WAYNE, N.J. -- Grand Union Co., based here, expects to add half a dozen new pharmacies in remodeled and new supermarkets this year.
The chain presently has 250 supermarkets and 58 pharmacies in New Jersey, New York, Vermont, Connecticut and New Hampshire.
"We are doing a lot of remodeling and we are adding pharmacies to existing stores if they don't have pharmacies," said Douglas Policastro, who was appointed to the position of pharmacy operations manager of Grand Union in January.
Adding new pharmacies has its challenges, he pointed out. There are costs involved, and supermarkets need to meet state pharmacy board requirements. "They need to put in sinks and computers. There has to be refrigeration, weights and measures.
"Pharmacy accounts for 2.5% of Grand Union's total gross sales, which is significant," Policastro said. According to SN's annual ranking of the top 75 grocery chains, Grand Union generated an estimated total of $2.3 billion in sales last year. Policastro said supermarket pharmacies can compete against chain drug stores and independents because of the high number of frequent shoppers. "It is one-stop convenience shopping."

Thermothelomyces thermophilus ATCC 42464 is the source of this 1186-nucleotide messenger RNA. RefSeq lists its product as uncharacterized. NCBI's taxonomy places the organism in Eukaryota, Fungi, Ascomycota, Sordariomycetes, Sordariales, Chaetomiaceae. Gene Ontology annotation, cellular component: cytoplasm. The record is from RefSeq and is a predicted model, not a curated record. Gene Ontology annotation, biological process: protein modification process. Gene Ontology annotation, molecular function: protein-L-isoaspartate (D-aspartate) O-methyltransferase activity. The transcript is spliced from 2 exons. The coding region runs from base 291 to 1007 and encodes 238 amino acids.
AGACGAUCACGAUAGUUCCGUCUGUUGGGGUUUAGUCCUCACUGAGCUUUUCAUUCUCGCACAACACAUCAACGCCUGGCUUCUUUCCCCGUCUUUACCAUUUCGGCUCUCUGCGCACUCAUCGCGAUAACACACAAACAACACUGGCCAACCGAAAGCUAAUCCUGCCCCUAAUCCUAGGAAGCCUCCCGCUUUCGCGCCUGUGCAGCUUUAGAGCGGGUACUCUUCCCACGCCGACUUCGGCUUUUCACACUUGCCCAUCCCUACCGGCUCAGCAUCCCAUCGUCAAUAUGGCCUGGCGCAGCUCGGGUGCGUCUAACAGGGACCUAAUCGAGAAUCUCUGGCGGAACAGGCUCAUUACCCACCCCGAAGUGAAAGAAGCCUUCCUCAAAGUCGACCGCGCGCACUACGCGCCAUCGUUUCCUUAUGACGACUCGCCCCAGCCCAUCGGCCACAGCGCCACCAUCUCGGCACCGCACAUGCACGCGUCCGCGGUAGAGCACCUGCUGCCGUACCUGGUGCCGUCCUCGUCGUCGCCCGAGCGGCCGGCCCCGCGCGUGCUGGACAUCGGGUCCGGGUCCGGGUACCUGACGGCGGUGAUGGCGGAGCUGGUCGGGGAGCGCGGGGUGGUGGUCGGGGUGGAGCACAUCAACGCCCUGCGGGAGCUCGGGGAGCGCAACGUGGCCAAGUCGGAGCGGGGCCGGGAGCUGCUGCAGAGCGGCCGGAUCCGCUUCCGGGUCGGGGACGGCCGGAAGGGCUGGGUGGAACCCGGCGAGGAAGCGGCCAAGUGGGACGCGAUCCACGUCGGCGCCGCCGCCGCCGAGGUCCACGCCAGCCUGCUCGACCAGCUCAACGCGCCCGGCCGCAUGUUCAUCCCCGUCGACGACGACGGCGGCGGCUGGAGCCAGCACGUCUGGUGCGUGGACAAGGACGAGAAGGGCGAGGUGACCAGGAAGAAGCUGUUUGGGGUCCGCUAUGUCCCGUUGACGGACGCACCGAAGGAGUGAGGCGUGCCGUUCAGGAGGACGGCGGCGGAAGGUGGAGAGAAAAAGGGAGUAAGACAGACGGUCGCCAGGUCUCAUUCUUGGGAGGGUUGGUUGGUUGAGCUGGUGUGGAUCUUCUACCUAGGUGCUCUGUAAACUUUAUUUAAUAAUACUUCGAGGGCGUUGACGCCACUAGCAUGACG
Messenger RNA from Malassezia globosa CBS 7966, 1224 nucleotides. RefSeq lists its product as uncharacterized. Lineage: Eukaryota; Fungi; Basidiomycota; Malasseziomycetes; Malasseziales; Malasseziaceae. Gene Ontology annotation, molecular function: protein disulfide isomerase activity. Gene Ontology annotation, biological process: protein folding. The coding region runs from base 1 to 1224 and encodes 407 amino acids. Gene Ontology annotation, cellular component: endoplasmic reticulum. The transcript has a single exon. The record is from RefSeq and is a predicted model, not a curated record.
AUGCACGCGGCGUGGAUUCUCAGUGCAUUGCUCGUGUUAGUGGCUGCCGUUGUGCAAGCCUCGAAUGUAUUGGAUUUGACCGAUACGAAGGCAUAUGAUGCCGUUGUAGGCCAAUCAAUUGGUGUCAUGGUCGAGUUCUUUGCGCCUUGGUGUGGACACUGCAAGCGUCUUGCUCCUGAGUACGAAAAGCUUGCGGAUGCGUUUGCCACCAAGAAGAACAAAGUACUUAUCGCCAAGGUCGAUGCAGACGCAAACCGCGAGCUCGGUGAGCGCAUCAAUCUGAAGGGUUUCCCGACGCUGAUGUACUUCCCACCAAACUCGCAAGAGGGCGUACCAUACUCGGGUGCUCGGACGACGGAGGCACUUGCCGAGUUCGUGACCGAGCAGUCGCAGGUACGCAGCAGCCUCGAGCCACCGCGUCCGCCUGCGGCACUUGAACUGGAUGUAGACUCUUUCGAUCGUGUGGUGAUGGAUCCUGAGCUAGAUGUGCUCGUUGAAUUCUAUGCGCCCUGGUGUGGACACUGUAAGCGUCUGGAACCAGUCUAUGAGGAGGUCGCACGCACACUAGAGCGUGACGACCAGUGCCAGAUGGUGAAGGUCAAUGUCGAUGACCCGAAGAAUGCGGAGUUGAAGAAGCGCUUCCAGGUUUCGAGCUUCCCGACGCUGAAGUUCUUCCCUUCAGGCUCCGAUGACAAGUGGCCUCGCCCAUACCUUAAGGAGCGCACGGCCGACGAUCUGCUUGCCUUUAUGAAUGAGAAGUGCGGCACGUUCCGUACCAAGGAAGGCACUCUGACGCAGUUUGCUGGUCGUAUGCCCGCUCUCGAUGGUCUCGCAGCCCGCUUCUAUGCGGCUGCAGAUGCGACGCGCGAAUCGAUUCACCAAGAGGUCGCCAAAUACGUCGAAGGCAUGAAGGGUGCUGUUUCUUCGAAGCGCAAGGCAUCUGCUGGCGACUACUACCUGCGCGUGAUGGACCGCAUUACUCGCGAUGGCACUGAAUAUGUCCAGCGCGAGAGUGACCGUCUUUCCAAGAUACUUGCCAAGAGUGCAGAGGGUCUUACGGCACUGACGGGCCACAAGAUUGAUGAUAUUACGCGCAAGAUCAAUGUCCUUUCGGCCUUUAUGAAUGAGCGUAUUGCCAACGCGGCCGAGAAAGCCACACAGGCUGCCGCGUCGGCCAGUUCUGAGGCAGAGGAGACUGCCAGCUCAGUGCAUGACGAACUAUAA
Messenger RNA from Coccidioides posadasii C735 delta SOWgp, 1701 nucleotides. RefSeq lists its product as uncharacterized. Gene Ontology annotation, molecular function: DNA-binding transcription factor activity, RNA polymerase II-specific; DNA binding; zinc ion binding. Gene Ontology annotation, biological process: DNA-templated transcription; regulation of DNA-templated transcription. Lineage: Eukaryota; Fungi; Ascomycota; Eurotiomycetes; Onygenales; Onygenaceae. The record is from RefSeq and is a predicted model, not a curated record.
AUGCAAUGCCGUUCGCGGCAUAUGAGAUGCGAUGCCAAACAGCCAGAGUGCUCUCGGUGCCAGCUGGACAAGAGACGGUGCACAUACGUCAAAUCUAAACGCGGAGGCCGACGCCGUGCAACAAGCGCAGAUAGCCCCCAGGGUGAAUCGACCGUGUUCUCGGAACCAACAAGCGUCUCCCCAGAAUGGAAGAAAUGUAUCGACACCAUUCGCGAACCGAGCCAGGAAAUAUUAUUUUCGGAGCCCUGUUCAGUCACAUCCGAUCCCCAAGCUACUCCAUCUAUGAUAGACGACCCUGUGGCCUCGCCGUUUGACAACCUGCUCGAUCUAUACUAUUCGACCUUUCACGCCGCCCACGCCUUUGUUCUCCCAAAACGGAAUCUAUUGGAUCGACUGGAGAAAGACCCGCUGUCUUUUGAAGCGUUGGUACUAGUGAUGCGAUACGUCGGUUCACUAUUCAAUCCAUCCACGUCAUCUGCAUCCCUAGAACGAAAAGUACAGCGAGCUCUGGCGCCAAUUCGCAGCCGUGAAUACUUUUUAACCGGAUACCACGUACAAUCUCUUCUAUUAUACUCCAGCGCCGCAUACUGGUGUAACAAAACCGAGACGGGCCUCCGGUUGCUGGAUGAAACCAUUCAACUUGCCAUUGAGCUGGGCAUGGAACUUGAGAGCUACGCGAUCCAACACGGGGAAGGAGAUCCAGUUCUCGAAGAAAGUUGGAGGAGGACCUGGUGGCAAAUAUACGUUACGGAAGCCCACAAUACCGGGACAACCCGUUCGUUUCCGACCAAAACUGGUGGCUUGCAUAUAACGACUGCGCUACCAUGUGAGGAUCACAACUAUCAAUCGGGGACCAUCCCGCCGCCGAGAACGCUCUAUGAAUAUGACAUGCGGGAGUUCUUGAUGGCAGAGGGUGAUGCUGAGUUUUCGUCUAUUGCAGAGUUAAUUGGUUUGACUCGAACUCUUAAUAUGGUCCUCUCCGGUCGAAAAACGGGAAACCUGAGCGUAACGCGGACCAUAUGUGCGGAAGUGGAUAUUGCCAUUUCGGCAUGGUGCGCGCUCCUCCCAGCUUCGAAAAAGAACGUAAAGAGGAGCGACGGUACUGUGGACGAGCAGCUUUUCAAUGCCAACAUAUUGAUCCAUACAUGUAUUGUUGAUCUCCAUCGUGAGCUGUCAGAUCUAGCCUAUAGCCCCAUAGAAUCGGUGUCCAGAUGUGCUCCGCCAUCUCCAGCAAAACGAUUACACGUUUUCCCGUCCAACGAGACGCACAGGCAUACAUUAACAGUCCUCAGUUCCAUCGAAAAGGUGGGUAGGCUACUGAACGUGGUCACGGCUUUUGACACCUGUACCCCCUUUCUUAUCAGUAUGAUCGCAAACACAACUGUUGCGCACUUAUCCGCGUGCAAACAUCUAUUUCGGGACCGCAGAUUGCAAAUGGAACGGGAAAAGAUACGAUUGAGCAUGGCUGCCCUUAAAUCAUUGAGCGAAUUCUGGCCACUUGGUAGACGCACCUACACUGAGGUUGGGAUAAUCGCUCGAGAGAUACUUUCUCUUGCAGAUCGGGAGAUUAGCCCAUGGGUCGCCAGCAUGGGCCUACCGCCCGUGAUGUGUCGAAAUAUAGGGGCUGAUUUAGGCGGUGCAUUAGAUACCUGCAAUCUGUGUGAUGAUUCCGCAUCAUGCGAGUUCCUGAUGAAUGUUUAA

The most exciting thing to happen in pharmacy, Policastro said, is the computer network systems that enable pharmacists to track their customers' drug-drug interactions. Grand Union gets its software program from PDX in Dallas. "They load the software program into our computer.
"We are able to cross reference patient information such as allergies and we have the capability of heading off problems that may be caused by drug interactions when patients get several prescriptions."
Despite the improvements in technology that are helping pharmacists improve patient care, Policastro said, everybody is finding that margins are drastically being reduced by third parties.
"There's no question about it. When you sign contracts to participate in the plans, you have to abide by the rules. As long as you want to participate in the plans, you have to follow the guidelines and you are being squeezed."